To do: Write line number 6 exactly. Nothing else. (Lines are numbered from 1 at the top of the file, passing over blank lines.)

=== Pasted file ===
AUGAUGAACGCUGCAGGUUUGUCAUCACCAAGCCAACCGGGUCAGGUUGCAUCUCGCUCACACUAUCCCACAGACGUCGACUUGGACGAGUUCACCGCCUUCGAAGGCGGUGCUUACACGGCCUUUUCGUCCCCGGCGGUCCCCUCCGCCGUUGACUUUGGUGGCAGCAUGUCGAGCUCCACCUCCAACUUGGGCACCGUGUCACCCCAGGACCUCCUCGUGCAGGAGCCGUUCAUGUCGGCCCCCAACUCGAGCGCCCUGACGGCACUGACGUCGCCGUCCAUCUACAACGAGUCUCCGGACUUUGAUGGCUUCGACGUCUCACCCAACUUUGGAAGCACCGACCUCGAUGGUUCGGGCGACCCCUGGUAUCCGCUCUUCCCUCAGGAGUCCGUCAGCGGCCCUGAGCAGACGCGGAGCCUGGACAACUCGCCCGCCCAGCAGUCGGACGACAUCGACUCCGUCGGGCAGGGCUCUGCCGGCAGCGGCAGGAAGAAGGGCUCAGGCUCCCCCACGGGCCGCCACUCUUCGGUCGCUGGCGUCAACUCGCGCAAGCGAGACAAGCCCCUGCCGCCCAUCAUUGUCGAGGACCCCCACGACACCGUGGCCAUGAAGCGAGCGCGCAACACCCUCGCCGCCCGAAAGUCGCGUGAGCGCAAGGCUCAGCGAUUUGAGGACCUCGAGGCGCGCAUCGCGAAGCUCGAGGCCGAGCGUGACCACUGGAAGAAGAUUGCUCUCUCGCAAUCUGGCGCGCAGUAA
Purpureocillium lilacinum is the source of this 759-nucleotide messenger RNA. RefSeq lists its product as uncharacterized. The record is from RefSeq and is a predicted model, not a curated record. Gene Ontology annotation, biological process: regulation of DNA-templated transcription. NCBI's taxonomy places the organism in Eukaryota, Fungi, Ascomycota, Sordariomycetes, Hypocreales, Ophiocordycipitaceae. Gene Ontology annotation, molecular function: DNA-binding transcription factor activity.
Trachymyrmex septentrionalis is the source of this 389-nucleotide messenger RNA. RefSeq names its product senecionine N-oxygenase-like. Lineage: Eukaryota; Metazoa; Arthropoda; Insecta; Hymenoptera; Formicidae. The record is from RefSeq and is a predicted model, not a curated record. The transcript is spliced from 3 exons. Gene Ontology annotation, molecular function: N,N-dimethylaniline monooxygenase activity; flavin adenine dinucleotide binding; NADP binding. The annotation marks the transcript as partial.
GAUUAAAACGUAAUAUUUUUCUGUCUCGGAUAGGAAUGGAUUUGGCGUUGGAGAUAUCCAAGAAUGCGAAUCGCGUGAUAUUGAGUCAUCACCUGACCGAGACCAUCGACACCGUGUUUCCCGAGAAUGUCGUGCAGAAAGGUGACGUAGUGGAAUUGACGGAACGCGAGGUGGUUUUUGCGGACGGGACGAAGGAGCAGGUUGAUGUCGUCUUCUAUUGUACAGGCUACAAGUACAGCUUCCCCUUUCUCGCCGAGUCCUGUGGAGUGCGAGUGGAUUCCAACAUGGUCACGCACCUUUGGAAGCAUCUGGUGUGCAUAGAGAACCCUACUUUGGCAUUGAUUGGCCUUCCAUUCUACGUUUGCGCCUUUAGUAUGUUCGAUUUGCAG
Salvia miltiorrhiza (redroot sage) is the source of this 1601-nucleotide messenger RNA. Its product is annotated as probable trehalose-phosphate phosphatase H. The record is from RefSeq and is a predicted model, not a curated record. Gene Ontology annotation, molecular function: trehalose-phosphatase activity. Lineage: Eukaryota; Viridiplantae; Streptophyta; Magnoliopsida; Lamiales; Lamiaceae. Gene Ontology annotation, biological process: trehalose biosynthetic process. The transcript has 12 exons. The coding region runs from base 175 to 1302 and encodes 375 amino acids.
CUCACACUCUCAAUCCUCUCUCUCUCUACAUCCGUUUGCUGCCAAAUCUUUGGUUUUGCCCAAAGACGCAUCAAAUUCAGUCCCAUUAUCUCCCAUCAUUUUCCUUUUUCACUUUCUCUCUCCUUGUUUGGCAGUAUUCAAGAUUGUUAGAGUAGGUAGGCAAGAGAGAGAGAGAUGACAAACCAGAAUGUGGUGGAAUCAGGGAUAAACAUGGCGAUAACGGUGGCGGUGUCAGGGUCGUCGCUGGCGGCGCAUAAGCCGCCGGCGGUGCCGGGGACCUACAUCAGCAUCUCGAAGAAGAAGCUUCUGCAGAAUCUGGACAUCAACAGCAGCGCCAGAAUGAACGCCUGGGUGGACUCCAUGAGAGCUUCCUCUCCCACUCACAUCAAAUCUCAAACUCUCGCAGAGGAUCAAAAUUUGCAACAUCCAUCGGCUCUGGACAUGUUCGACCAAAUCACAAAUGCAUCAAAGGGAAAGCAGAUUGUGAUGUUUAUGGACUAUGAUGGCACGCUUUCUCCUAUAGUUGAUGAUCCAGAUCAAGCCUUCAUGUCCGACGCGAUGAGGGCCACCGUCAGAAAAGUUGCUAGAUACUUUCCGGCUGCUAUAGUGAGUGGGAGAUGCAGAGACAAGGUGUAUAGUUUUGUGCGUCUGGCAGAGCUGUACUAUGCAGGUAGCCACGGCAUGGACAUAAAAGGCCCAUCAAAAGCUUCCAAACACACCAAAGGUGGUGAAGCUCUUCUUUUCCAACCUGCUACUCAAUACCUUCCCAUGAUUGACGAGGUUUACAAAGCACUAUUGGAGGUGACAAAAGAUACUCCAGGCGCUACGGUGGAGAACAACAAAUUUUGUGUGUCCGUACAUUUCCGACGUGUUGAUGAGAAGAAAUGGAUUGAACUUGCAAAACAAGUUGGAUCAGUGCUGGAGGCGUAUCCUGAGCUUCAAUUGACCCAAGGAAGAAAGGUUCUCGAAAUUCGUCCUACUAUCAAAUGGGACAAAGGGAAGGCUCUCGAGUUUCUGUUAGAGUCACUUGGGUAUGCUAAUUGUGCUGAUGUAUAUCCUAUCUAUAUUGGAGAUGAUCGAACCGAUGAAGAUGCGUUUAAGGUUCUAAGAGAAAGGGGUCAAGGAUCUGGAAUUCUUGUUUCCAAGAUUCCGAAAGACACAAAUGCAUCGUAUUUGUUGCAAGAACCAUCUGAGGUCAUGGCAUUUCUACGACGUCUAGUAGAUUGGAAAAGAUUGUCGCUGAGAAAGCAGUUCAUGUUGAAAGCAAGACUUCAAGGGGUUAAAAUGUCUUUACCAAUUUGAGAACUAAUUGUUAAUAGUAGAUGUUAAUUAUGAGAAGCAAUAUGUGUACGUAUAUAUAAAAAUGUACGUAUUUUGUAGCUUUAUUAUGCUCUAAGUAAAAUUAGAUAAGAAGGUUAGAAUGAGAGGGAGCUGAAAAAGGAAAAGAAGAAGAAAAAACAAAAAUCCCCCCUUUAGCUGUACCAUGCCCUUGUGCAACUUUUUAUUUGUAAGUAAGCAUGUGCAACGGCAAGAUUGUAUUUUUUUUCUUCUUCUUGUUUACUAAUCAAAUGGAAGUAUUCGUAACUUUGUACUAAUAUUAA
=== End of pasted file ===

CUCACACUCUCAAUCCUCUCUCUCUCUACAUCCGUUUGCUGCCAAAUCUUUGGUUUUGCCCAAAGACGCAUCAAAUUCAGUCCCAUUAUCUCCCAUCAUUUUCCUUUUUCACUUUCUCUCUCCUUGUUUGGCAGUAUUCAAGAUUGUUAGAGUAGGUAGGCAAGAGAGAGAGAGAUGACAAACCAGAAUGUGGUGGAAUCAGGGAUAAACAUGGCGAUAACGGUGGCGGUGUCAGGGUCGUCGCUGGCGGCGCAUAAGCCGCCGGCGGUGCCGGGGACCUACAUCAGCAUCUCGAAGAAGAAGCUUCUGCAGAAUCUGGACAUCAACAGCAGCGCCAGAAUGAACGCCUGGGUGGACUCCAUGAGAGCUUCCUCUCCCACUCACAUCAAAUCUCAAACUCUCGCAGAGGAUCAAAAUUUGCAACAUCCAUCGGCUCUGGACAUGUUCGACCAAAUCACAAAUGCAUCAAAGGGAAAGCAGAUUGUGAUGUUUAUGGACUAUGAUGGCACGCUUUCUCCUAUAGUUGAUGAUCCAGAUCAAGCCUUCAUGUCCGACGCGAUGAGGGCCACCGUCAGAAAAGUUGCUAGAUACUUUCCGGCUGCUAUAGUGAGUGGGAGAUGCAGAGACAAGGUGUAUAGUUUUGUGCGUCUGGCAGAGCUGUACUAUGCAGGUAGCCACGGCAUGGACAUAAAAGGCCCAUCAAAAGCUUCCAAACACACCAAAGGUGGUGAAGCUCUUCUUUUCCAACCUGCUACUCAAUACCUUCCCAUGAUUGACGAGGUUUACAAAGCACUAUUGGAGGUGACAAAAGAUACUCCAGGCGCUACGGUGGAGAACAACAAAUUUUGUGUGUCCGUACAUUUCCGACGUGUUGAUGAGAAGAAAUGGAUUGAACUUGCAAAACAAGUUGGAUCAGUGCUGGAGGCGUAUCCUGAGCUUCAAUUGACCCAAGGAAGAAAGGUUCUCGAAAUUCGUCCUACUAUCAAAUGGGACAAAGGGAAGGCUCUCGAGUUUCUGUUAGAGUCACUUGGGUAUGCUAAUUGUGCUGAUGUAUAUCCUAUCUAUAUUGGAGAUGAUCGAACCGAUGAAGAUGCGUUUAAGGUUCUAAGAGAAAGGGGUCAAGGAUCUGGAAUUCUUGUUUCCAAGAUUCCGAAAGACACAAAUGCAUCGUAUUUGUUGCAAGAACCAUCUGAGGUCAUGGCAUUUCUACGACGUCUAGUAGAUUGGAAAAGAUUGUCGCUGAGAAAGCAGUUCAUGUUGAAAGCAAGACUUCAAGGGGUUAAAAUGUCUUUACCAAUUUGAGAACUAAUUGUUAAUAGUAGAUGUUAAUUAUGAGAAGCAAUAUGUGUACGUAUAUAUAAAAAUGUACGUAUUUUGUAGCUUUAUUAUGCUCUAAGUAAAAUUAGAUAAGAAGGUUAGAAUGAGAGGGAGCUGAAAAAGGAAAAGAAGAAGAAAAAACAAAAAUCCCCCCUUUAGCUGUACCAUGCCCUUGUGCAACUUUUUAUUUGUAAGUAAGCAUGUGCAACGGCAAGAUUGUAUUUUUUUUCUUCUUCUUGUUUACUAAUCAAAUGGAAGUAUUCGUAACUUUGUACUAAUAUUAA